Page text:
1) Allow the left heel to lift on the backswing: One primary source of power is the amount of hip and shoulder rotation you create on the backswing.
As we age, our ﬂexibility becomes more limited. It seems that in modern instruction the in thing to do is to make the left heel stay down on the backswing. If you fall into that category, try letting the heel come up to create more backswing rotation.
When Ernie Els was threatening to win several times this year, he was lifting his heel on the backswing. Asked by a commentator about this, he replied that he hasn’t been about to make a full backswing; the heel lift allowed for a complete turn.
If it’s good enough for Ernie, give it a try.
2) Have a slightly narrower stance at address: This helps the ﬂexibility issue on both backswing and follow through. The ability to rotate and transfer weight is easier when your feet are closer together.
Keep in mind that, on the backswing, we are trying to rotate around with the hips with no lateral motion in the lower body. This will keep the weight on the inside of the right foot (for right-handed golfers). Once the backswing rotation has ﬁnished, initiate the forward swing with a bump of weight to your left side, followed by your hips turning “through the ball.”
Experiment with your stance width to see if this creates a little more speed of the club head and, in turn, improves distance.
3) Experiment with a 10-finger grip: This has had surprising results with some of my senior clients. When they go to the 10-finger grip, the wrist hinges more easily. For many, it feels easier to hold the club without too much grip pressure. (See next tip.)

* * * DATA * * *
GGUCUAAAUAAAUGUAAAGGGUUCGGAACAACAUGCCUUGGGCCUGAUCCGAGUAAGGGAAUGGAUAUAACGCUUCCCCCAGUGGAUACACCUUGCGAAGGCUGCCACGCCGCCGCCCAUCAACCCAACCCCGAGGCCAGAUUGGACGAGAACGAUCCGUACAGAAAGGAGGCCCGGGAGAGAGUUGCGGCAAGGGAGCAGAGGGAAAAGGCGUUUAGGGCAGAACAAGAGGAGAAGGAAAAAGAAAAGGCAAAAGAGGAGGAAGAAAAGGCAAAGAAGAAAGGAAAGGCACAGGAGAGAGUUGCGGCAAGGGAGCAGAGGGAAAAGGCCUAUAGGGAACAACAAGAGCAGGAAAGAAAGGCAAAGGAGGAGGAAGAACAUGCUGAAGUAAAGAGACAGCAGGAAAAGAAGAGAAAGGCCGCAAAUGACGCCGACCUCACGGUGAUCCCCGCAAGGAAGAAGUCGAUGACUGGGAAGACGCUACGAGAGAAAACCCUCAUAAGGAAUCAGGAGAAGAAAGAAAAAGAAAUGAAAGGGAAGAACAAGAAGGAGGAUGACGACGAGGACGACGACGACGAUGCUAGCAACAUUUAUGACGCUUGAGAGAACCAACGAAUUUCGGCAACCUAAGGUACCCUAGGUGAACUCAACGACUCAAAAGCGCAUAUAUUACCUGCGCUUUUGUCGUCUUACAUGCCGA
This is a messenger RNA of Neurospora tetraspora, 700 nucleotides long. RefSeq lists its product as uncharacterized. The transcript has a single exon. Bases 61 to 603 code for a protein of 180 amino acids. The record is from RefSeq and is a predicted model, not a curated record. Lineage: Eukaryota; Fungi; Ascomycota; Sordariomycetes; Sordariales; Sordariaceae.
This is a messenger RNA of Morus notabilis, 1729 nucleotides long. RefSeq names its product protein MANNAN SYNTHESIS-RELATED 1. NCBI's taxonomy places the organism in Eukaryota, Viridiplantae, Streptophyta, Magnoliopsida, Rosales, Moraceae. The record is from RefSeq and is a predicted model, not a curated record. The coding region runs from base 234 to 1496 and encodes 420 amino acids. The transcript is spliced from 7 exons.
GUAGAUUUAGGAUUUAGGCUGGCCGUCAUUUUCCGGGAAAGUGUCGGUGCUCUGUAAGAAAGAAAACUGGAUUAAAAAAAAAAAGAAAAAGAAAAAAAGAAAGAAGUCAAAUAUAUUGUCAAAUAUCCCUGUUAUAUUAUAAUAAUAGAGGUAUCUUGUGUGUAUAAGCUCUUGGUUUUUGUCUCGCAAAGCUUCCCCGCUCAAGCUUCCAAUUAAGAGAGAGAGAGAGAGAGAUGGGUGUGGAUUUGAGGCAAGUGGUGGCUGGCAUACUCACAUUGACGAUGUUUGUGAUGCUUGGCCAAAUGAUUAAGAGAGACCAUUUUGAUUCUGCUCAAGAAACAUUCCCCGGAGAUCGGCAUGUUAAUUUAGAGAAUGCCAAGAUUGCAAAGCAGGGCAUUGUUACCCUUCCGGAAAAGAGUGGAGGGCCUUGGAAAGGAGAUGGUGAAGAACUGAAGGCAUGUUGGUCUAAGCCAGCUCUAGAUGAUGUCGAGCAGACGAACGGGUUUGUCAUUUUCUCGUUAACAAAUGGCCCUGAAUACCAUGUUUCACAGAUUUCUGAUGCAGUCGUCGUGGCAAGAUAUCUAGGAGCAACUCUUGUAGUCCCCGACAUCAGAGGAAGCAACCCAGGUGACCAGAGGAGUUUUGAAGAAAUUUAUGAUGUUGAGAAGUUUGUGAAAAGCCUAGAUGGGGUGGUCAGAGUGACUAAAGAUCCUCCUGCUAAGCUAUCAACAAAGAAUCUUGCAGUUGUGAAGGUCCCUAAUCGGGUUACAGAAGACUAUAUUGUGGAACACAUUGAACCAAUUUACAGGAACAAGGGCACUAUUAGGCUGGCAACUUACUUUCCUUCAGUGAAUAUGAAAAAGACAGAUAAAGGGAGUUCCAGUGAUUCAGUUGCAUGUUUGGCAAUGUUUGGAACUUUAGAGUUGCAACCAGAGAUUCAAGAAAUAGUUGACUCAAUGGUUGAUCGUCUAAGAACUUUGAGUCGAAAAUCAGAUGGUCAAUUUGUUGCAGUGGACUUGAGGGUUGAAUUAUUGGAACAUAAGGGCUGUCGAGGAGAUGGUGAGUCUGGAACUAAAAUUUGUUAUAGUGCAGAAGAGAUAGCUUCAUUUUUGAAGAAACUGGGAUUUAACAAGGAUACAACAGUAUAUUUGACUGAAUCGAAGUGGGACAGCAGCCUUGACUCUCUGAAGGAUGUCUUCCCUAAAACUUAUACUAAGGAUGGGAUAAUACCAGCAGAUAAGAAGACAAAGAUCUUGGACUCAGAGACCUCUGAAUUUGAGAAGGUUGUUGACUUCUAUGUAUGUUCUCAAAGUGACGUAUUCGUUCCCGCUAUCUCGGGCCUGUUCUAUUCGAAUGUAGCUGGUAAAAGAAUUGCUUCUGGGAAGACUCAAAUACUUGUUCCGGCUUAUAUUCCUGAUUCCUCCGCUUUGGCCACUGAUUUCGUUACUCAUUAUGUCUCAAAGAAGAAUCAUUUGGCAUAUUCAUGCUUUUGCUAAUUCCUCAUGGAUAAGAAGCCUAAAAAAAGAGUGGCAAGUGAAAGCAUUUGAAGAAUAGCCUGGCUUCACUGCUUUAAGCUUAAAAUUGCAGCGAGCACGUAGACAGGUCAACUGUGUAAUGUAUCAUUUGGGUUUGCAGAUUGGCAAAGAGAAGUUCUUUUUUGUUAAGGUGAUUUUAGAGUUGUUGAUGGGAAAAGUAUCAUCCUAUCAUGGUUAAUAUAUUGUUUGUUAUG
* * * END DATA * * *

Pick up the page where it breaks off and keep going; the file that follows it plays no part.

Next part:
If you can add a little more hinging of the wrist with a softer pressure of the hands, it should help produce more swing to the club and, one hopes, more distance.
4) Tension is ‘bad medicine’ for the swing: This tip is not exclusive to senior golfers. When a golfer is experiencing frustration with his game, tension is an immediate byproduct. The problem with tension is that it destroys athletic ability.
I often challenge my students: “Tell me one sport where you tighten any muscle or group of muscles for better performance.” There is no sport in which tension is a necessity for success.
I like to use the scale method of evaluating tension, one being totally relaxed and 10 as tight as you can be. What number are you working with?
I like to separate arm pressure from grip pressure. My ideal for my students is to keep arm pressure in the two to three range, grip three to four.
5) Swing ‘through the ball’ to a complete finish: Another common error as we start to lose power is our attempt to gain back the lost yardage by hitting “at” the ball versus “through the ball.” Do not let the ball be your target; you goal is to swing toward your real target. You should feel that you are achieving maximum club-head speed past the ball.
Take one of your longer clubs and turn it upside down; swing the shaft until you hear the “swoosh” of the club head after the position of the ball. Then turn the club around and attempt to create the same feel.